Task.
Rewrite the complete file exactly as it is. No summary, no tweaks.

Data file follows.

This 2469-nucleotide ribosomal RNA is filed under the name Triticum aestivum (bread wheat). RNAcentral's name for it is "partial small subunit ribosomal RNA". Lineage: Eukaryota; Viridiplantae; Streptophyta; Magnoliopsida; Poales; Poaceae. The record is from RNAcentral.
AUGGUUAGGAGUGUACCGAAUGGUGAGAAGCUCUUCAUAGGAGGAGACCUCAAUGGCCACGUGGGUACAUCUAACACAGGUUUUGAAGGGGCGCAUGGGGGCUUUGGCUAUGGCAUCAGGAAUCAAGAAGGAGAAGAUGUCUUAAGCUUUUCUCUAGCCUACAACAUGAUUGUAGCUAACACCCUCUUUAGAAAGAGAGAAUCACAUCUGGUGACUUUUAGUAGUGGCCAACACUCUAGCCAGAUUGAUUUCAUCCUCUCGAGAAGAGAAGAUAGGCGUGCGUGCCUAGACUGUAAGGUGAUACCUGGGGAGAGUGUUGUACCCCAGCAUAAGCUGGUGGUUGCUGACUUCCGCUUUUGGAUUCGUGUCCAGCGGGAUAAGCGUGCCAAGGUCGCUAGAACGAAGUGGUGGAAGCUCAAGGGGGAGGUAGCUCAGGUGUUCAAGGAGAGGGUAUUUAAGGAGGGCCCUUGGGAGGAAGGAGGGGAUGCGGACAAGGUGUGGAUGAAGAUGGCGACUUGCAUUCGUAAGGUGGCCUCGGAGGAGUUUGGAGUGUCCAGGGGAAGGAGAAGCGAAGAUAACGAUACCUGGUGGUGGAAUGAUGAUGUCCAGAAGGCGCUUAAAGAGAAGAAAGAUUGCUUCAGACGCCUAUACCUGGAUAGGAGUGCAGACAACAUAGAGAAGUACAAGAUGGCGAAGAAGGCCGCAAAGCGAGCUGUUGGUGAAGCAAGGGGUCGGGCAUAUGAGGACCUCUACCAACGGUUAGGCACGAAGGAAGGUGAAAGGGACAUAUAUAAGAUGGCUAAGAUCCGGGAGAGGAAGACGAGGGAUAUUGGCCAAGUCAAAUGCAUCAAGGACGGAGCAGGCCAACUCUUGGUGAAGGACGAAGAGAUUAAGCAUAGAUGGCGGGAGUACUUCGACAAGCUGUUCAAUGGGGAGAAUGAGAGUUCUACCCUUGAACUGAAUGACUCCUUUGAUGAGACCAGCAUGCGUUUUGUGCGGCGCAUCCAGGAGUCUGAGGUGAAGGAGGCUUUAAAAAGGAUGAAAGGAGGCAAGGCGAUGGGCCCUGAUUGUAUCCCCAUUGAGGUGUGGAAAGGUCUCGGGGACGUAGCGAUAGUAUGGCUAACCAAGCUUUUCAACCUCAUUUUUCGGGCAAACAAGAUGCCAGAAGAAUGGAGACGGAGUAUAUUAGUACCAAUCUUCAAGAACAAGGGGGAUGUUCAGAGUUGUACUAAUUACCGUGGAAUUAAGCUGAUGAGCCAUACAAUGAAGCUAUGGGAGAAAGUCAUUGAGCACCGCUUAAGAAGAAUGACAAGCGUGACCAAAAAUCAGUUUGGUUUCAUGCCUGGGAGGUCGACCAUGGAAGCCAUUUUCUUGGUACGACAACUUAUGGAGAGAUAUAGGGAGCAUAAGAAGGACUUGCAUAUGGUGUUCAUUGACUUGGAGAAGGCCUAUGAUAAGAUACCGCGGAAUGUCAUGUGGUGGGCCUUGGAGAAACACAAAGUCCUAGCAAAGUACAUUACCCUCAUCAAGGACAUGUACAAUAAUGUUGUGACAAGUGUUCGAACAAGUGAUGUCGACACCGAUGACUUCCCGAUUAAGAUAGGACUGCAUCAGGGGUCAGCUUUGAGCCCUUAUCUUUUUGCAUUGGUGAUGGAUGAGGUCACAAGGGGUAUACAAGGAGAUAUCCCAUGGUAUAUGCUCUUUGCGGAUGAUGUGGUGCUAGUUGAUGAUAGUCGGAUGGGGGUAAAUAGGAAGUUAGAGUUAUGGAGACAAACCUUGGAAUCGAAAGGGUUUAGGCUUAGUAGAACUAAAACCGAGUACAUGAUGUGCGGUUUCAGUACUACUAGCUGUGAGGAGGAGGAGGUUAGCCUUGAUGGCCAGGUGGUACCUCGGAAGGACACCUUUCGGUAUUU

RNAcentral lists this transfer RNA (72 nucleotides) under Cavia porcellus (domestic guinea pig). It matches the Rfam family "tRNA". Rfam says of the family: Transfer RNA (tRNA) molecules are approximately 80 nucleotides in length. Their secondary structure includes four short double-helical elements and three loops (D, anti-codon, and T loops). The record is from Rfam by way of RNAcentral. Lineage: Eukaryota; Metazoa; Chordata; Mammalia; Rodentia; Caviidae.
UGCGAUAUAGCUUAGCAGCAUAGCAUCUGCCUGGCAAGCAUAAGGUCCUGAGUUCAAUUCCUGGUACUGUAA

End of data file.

This 2469-nucleotide ribosomal RNA is filed under the name Triticum aestivum (bread wheat). RNAcentral's name for it is "partial small subunit ribosomal RNA". Lineage: Eukaryota; Viridiplantae; Streptophyta; Magnoliopsida; Poales; Poaceae. The record is from RNAcentral.
AUGGUUAGGAGUGUACCGAAUGGUGAGAAGCUCUUCAUAGGAGGAGACCUCAAUGGCCACGUGGGUACAUCUAACACAGGUUUUGAAGGGGCGCAUGGGGGCUUUGGCUAUGGCAUCAGGAAUCAAGAAGGAGAAGAUGUCUUAAGCUUUUCUCUAGCCUACAACAUGAUUGUAGCUAACACCCUCUUUAGAAAGAGAGAAUCACAUCUGGUGACUUUUAGUAGUGGCCAACACUCUAGCCAGAUUGAUUUCAUCCUCUCGAGAAGAGAAGAUAGGCGUGCGUGCCUAGACUGUAAGGUGAUACCUGGGGAGAGUGUUGUACCCCAGCAUAAGCUGGUGGUUGCUGACUUCCGCUUUUGGAUUCGUGUCCAGCGGGAUAAGCGUGCCAAGGUCGCUAGAACGAAGUGGUGGAAGCUCAAGGGGGAGGUAGCUCAGGUGUUCAAGGAGAGGGUAUUUAAGGAGGGCCCUUGGGAGGAAGGAGGGGAUGCGGACAAGGUGUGGAUGAAGAUGGCGACUUGCAUUCGUAAGGUGGCCUCGGAGGAGUUUGGAGUGUCCAGGGGAAGGAGAAGCGAAGAUAACGAUACCUGGUGGUGGAAUGAUGAUGUCCAGAAGGCGCUUAAAGAGAAGAAAGAUUGCUUCAGACGCCUAUACCUGGAUAGGAGUGCAGACAACAUAGAGAAGUACAAGAUGGCGAAGAAGGCCGCAAAGCGAGCUGUUGGUGAAGCAAGGGGUCGGGCAUAUGAGGACCUCUACCAACGGUUAGGCACGAAGGAAGGUGAAAGGGACAUAUAUAAGAUGGCUAAGAUCCGGGAGAGGAAGACGAGGGAUAUUGGCCAAGUCAAAUGCAUCAAGGACGGAGCAGGCCAACUCUUGGUGAAGGACGAAGAGAUUAAGCAUAGAUGGCGGGAGUACUUCGACAAGCUGUUCAAUGGGGAGAAUGAGAGUUCUACCCUUGAACUGAAUGACUCCUUUGAUGAGACCAGCAUGCGUUUUGUGCGGCGCAUCCAGGAGUCUGAGGUGAAGGAGGCUUUAAAAAGGAUGAAAGGAGGCAAGGCGAUGGGCCCUGAUUGUAUCCCCAUUGAGGUGUGGAAAGGUCUCGGGGACGUAGCGAUAGUAUGGCUAACCAAGCUUUUCAACCUCAUUUUUCGGGCAAACAAGAUGCCAGAAGAAUGGAGACGGAGUAUAUUAGUACCAAUCUUCAAGAACAAGGGGGAUGUUCAGAGUUGUACUAAUUACCGUGGAAUUAAGCUGAUGAGCCAUACAAUGAAGCUAUGGGAGAAAGUCAUUGAGCACCGCUUAAGAAGAAUGACAAGCGUGACCAAAAAUCAGUUUGGUUUCAUGCCUGGGAGGUCGACCAUGGAAGCCAUUUUCUUGGUACGACAACUUAUGGAGAGAUAUAGGGAGCAUAAGAAGGACUUGCAUAUGGUGUUCAUUGACUUGGAGAAGGCCUAUGAUAAGAUACCGCGGAAUGUCAUGUGGUGGGCCUUGGAGAAACACAAAGUCCUAGCAAAGUACAUUACCCUCAUCAAGGACAUGUACAAUAAUGUUGUGACAAGUGUUCGAACAAGUGAUGUCGACACCGAUGACUUCCCGAUUAAGAUAGGACUGCAUCAGGGGUCAGCUUUGAGCCCUUAUCUUUUUGCAUUGGUGAUGGAUGAGGUCACAAGGGGUAUACAAGGAGAUAUCCCAUGGUAUAUGCUCUUUGCGGAUGAUGUGGUGCUAGUUGAUGAUAGUCGGAUGGGGGUAAAUAGGAAGUUAGAGUUAUGGAGACAAACCUUGGAAUCGAAAGGGUUUAGGCUUAGUAGAACUAAAACCGAGUACAUGAUGUGCGGUUUCAGUACUACUAGCUGUGAGGAGGAGGAGGUUAGCCUUGAUGGCCAGGUGGUACCUCGGAAGGACACCUUUCGGUAUUU

RNAcentral lists this transfer RNA (72 nucleotides) under Cavia porcellus (domestic guinea pig). It matches the Rfam family "tRNA". Rfam says of the family: Transfer RNA (tRNA) molecules are approximately 80 nucleotides in length. Their secondary structure includes four short double-helical elements and three loops (D, anti-codon, and T loops). The record is from Rfam by way of RNAcentral. Lineage: Eukaryota; Metazoa; Chordata; Mammalia; Rodentia; Caviidae.
UGCGAUAUAGCUUAGCAGCAUAGCAUCUGCCUGGCAAGCAUAAGGUCCUGAGUUCAAUUCCUGGUACUGUAA